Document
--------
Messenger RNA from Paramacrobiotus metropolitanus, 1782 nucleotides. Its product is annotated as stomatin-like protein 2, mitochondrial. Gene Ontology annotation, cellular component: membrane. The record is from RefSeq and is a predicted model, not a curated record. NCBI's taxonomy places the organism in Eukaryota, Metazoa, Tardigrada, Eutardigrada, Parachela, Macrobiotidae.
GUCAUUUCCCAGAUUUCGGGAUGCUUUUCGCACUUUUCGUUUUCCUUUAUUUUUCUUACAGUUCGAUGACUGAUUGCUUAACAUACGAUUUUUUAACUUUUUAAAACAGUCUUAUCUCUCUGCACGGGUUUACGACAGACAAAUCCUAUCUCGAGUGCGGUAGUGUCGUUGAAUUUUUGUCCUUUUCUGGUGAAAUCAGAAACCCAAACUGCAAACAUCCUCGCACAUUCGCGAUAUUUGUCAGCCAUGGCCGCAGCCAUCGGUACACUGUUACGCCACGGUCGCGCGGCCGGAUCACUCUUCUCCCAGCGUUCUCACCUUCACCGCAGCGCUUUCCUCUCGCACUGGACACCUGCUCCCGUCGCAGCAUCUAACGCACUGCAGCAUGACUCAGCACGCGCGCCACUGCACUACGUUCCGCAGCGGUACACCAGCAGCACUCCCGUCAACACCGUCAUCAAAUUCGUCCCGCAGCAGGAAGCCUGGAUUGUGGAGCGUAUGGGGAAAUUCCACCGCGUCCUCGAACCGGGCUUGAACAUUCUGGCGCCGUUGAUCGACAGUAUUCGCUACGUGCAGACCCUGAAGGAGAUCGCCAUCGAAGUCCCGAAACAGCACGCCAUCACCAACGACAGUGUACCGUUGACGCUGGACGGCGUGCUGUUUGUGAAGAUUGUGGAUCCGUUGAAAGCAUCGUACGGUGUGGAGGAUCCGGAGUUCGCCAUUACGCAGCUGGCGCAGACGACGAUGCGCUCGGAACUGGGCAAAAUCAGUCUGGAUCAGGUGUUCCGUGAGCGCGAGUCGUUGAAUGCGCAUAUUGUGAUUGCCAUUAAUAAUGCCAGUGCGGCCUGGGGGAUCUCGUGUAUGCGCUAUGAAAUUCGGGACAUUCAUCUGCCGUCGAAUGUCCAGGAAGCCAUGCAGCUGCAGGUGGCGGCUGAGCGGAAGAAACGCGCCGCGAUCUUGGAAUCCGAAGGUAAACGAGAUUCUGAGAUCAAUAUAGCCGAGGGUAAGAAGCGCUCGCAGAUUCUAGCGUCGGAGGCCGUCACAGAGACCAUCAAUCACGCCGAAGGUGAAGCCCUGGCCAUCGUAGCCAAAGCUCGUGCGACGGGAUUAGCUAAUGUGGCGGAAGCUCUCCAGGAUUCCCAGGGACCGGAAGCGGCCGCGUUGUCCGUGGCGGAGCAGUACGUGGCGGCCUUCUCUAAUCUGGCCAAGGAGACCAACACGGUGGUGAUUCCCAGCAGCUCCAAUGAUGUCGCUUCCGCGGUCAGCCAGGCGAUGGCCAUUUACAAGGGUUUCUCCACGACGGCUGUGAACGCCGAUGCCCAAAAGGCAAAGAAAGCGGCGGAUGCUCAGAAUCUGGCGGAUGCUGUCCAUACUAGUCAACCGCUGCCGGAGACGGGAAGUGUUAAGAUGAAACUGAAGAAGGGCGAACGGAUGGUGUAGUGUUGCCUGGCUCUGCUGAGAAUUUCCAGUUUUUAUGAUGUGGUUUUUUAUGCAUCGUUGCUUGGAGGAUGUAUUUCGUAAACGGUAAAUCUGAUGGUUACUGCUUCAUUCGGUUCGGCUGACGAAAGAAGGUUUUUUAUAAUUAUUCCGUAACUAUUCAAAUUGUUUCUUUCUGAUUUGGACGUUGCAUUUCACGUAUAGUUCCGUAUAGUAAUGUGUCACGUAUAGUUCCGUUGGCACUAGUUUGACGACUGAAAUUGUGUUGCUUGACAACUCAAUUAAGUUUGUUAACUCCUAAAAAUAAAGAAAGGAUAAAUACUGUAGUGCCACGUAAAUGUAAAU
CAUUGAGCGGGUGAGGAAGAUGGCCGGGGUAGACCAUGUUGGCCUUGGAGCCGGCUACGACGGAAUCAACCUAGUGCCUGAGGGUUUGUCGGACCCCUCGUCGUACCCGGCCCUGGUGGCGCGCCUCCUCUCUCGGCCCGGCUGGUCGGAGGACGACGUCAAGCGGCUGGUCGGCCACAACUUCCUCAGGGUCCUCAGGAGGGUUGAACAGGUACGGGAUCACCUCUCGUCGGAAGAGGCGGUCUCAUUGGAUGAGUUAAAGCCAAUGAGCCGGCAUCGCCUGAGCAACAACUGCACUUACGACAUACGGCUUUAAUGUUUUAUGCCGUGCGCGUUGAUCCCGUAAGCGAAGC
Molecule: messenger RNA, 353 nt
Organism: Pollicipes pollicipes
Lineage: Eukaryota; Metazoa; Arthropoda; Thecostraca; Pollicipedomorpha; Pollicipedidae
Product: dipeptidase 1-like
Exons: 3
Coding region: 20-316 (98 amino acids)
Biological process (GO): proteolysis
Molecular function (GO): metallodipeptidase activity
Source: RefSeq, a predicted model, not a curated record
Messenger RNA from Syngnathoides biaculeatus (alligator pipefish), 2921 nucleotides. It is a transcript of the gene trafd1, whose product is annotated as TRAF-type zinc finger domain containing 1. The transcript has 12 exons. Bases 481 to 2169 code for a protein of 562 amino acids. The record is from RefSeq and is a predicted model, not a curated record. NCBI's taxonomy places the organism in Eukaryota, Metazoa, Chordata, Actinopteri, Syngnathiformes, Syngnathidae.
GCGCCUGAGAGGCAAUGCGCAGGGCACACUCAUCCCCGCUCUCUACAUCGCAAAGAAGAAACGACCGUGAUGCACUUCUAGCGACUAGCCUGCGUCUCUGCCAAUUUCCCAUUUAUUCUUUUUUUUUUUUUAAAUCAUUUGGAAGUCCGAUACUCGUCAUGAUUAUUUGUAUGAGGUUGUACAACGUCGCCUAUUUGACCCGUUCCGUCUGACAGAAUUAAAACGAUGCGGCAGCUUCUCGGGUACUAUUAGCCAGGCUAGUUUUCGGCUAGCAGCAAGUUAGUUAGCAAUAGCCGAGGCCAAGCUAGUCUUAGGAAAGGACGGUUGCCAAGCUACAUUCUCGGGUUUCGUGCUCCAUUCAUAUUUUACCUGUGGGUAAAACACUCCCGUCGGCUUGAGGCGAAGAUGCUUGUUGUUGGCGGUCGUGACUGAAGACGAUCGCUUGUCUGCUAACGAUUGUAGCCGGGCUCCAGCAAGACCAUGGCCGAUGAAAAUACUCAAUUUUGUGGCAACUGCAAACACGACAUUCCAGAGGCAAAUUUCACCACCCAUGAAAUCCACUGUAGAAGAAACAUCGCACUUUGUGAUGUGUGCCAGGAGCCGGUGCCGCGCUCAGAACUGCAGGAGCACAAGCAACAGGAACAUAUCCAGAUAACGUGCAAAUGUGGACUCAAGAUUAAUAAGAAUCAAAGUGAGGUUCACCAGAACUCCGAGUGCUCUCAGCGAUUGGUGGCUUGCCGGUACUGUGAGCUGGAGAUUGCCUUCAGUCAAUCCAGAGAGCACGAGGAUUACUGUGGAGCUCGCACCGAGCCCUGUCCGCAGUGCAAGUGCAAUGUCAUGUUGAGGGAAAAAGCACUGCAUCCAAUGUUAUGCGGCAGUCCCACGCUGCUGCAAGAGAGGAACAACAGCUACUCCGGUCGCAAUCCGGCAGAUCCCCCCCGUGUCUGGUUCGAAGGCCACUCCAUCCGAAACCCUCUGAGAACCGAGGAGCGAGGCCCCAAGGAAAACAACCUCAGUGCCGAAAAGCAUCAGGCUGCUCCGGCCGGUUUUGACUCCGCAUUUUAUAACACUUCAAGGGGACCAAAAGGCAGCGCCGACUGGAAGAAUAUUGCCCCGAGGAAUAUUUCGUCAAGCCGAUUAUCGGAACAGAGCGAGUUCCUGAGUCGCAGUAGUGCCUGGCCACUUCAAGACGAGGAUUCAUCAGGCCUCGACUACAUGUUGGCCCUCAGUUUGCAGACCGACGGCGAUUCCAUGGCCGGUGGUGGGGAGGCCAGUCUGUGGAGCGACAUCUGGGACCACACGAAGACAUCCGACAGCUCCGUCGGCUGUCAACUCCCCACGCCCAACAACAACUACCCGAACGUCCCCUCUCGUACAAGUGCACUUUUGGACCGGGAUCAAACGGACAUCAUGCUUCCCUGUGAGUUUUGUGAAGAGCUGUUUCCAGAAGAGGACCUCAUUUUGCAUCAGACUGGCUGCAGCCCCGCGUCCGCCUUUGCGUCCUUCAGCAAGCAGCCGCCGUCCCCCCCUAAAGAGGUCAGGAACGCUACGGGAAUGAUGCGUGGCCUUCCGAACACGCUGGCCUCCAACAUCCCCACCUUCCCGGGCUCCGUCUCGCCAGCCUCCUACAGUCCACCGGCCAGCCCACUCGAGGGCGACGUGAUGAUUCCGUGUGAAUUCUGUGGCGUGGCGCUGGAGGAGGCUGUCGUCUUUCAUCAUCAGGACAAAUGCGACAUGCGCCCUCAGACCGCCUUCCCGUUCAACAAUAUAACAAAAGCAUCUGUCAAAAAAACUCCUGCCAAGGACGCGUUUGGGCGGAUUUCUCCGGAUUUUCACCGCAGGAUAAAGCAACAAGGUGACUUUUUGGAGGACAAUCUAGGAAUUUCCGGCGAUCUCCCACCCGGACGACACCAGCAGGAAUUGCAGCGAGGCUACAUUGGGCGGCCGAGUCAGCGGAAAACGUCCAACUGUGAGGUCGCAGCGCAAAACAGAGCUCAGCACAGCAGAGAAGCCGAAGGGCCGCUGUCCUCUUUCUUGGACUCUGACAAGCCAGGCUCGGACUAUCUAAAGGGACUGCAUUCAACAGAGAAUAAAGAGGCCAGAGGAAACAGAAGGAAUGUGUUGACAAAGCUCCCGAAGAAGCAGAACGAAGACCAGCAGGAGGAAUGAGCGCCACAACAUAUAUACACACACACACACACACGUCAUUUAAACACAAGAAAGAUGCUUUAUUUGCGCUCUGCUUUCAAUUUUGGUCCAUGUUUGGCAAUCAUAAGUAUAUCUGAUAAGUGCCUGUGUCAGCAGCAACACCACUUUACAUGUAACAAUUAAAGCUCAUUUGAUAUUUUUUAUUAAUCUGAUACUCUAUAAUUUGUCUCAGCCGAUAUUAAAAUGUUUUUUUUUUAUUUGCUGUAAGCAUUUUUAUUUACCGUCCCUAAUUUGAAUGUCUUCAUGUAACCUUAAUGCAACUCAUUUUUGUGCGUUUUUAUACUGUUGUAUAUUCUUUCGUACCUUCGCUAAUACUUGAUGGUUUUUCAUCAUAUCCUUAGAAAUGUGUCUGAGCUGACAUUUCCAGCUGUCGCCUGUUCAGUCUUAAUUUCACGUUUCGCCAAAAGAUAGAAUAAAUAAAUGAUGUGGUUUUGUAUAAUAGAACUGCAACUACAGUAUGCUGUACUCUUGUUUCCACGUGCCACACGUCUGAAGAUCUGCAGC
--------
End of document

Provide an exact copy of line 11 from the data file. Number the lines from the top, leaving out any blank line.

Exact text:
Molecular function (GO): metallodipeptidase activity